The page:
Below you will find an outline of our recommendations on what a strengthened proposal could incorporate, including protections for buyers and renters and better information for buyers, renters, and the public.
- New York State should enact a comprehensive state-level flood risk disclosure law that requires both home sellers and landlords to disclose to buyers and renters the risk of flooding to their house or apartment.
- Disclosure should be based on the home’s location in the floodplain, the home’s actual flood history, and whether or not flood insurance is required on the property.
- The disclosure notice should be in writing, accessible to those who do not speak English, and hard for prospective tenants to miss.
- Notice should be provided early in the apartment rental process, to give renters time to make informed decisions.
- Disclosure requirements should apply to all rental properties, regardless of building size or type.
- Tenants should have access to enforceable actions against landlords that violate the flood risk disclosure law, including the ability to terminate the lease following a flooding event and compensation from the landlord for any loss or damages to the tenant’s personal property as a result of flooding.
- New York should develop publicly accessible statewide flood risk mapping and assessments and provide them to the public in a user-friendly database.
- Flood risk disclosure legislation should be paired with investments in state and local flood risk mapping and assessment tools (e.g., New York City’s Flood Hazard Mapper) that help New Yorkers to better understand their flood risk.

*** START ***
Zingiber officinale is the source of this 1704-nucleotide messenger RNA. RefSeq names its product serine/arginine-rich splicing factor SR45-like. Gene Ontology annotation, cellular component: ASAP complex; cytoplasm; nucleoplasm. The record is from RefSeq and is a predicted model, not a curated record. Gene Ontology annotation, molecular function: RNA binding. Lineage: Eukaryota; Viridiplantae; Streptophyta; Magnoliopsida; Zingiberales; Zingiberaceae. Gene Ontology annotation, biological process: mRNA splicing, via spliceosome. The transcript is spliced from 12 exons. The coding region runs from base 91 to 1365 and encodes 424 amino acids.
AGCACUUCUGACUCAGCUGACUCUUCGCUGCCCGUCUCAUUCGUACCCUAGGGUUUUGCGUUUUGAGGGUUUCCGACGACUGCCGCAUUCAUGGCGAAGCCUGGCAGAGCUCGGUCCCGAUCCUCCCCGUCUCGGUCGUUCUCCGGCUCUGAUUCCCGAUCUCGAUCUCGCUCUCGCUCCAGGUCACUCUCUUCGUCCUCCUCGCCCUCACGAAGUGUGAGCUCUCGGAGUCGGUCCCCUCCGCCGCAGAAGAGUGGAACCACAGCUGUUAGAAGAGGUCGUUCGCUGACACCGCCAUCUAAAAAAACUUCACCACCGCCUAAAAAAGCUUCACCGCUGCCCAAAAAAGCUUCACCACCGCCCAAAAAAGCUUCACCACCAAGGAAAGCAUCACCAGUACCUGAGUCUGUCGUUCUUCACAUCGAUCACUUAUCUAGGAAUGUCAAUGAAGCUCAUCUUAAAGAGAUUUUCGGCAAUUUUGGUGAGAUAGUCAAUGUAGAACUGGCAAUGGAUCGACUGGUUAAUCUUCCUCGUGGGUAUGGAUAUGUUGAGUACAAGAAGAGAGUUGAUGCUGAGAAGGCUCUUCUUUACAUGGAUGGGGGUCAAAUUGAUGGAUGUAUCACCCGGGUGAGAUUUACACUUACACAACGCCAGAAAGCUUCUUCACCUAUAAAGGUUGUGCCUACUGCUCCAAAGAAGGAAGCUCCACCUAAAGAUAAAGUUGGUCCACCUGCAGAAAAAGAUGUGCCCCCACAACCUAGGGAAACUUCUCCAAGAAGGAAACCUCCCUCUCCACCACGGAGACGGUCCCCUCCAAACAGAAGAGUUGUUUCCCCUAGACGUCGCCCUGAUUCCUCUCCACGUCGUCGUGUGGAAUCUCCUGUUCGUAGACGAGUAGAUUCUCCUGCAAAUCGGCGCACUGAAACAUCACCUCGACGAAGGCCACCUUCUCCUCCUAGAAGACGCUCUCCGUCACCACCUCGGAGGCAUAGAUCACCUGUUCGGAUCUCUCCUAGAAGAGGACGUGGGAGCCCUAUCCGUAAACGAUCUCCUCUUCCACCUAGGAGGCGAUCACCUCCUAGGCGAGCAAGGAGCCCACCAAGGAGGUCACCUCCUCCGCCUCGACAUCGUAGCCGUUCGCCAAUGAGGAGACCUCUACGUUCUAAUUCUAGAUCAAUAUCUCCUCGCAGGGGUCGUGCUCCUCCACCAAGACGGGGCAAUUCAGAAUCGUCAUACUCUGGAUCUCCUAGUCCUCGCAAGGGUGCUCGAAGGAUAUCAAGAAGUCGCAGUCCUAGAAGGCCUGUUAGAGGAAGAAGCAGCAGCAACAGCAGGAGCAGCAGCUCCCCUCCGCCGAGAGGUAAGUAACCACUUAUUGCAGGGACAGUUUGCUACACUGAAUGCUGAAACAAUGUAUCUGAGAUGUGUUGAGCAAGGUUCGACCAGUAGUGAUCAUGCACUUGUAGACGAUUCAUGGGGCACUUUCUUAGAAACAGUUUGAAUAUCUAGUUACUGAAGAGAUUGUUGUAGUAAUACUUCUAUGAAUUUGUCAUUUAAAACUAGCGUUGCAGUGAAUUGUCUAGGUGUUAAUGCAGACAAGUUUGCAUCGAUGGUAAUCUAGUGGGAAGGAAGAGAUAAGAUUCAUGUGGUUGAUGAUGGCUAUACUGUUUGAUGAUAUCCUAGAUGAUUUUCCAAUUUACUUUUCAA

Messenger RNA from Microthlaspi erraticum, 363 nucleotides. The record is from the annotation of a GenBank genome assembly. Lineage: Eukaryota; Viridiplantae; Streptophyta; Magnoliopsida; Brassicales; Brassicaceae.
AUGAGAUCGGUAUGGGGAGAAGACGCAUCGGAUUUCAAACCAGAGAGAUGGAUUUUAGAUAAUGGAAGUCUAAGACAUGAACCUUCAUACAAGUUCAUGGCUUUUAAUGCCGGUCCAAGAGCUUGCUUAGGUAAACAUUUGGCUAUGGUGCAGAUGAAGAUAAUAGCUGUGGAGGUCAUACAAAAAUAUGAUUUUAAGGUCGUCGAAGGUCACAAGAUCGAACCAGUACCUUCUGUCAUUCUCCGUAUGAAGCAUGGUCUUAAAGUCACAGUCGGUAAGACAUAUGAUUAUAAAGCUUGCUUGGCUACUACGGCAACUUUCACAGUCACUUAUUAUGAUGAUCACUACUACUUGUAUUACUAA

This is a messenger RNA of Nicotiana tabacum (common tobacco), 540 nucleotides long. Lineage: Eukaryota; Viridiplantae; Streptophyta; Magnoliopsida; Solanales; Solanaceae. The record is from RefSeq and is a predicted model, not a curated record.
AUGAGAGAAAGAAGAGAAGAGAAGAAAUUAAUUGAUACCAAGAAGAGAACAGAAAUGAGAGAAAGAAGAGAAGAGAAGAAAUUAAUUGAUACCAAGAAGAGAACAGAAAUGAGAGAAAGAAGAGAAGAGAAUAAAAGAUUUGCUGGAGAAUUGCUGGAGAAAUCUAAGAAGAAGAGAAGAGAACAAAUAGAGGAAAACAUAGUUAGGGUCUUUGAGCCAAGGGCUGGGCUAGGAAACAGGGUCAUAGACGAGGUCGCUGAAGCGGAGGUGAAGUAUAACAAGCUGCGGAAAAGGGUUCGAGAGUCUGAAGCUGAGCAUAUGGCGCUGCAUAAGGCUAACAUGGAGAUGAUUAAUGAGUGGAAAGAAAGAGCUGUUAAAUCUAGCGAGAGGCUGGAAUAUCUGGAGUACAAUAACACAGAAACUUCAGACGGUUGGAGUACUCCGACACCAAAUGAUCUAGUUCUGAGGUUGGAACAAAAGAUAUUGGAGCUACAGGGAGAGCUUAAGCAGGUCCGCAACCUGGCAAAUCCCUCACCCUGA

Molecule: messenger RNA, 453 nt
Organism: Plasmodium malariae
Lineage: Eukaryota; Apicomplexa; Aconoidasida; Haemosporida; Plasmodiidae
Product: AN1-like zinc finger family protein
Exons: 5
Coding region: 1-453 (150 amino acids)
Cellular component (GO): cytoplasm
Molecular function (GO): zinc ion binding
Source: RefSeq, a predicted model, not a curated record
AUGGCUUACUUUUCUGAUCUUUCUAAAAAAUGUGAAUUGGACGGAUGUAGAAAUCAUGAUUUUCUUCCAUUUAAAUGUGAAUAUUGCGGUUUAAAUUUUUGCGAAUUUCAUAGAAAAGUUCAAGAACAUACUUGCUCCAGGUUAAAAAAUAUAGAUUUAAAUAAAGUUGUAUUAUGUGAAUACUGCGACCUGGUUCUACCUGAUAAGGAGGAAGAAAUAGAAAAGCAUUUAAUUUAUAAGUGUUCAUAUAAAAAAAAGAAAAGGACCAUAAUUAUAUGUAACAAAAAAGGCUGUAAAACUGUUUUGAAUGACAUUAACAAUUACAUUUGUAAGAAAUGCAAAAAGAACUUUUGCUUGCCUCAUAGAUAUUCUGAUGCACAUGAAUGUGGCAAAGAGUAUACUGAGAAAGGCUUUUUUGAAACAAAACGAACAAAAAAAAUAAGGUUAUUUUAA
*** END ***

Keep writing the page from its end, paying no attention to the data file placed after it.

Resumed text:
- New Yorkers should be able to access accurate, reliable flood risk information on their own through government-maintained websites that provide comprehensive overviews of flood hazards and risks and are used to help residents and property and business owners to understand their risks and make informed decisions. California, for example, maintains the state-level MyHazards website, a searchable tool for the general public to discover hazards in their area (earthquake, flood, fire, and tsunami) and learn steps to reduce personal risk related to those hazards.
Above all, New Yorkers should have access to flood risk data that is useful, accessible, and reliable. This should include comprehensive disclosure requirements and statewide risk mapping and assessment resources. If Hurricane Ida and the increasing frequency and severity of billion-dollar flooding disasters are any evidence, we need collectively to get better at preparing for and mitigating the fallout from the biggest potential floods—more flood risk information for New Yorkers may be a path forward.
For more information on flood risk disclosure laws and policy recommendations for comprehensive disclosure requirements, see the Next100 report “Risky Renting: Renters Should Have the Right to Know their Flood Risk.”